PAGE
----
Brean Parish Council is calling on residents, passionate about their community to stand in the local elections in 2019.

What do councillors do?

Councillors are the champions of their community and give residents a voice on the decisions the council makes. Becoming a councillor will allow you to make a real difference in your community by engaging with residents, local groups and businesses to find out their needs; making decisions on which services and projects the council should take forward; and getting involved locally to ensure the services are meeting your community’s needs.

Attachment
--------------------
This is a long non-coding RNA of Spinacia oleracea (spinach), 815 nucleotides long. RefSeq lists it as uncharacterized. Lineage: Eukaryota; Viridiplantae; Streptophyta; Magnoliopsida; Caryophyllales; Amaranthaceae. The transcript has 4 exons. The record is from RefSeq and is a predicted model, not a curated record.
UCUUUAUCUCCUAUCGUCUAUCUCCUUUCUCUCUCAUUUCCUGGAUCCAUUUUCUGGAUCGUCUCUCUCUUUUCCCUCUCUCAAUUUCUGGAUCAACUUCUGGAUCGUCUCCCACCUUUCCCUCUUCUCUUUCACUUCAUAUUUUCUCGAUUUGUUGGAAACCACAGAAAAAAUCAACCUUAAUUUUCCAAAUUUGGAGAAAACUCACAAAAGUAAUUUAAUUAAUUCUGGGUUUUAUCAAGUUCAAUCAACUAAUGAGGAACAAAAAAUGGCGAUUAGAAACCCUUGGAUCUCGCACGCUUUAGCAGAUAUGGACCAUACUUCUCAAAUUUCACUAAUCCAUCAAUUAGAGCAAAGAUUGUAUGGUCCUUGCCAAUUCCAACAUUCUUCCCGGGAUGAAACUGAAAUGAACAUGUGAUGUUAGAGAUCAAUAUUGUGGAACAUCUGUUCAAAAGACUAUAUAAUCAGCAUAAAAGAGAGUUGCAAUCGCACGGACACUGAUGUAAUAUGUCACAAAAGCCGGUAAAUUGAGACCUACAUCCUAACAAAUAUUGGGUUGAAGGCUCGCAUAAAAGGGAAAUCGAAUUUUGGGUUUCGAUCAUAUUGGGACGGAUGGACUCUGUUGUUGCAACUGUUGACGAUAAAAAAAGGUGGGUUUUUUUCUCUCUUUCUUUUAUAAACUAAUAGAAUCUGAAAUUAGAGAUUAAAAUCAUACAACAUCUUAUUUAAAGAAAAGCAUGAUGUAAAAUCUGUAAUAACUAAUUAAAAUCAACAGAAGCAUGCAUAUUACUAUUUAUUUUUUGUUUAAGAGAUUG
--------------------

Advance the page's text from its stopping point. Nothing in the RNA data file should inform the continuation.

How long does it take?

The National Association of Local Councils (NALC) Local Councillor Census Survey found that councillors put aside, on average, three hours a week for council work. This often includes attending meetings, engaging with residents and speaking on behalf of the council to other bodies.

Can I stand?

There are only a few rules to stand for election. You must be:

A British citizen, or a citizen of the Commonwealth, or the European Union

18 years of age or older

Live in an area that is served by a local council

How can I get involved?

Contact the Clerk of Brean Parish Council at breanparishcouncil@gmail.com or 07341 977235 to find out more or visit www.nalc.gov.uk/elections

You can also find more information and download candidate packs at https://www.sedgemoor.gov.uk/article/3271/Standing-as-a-candidate-May-2019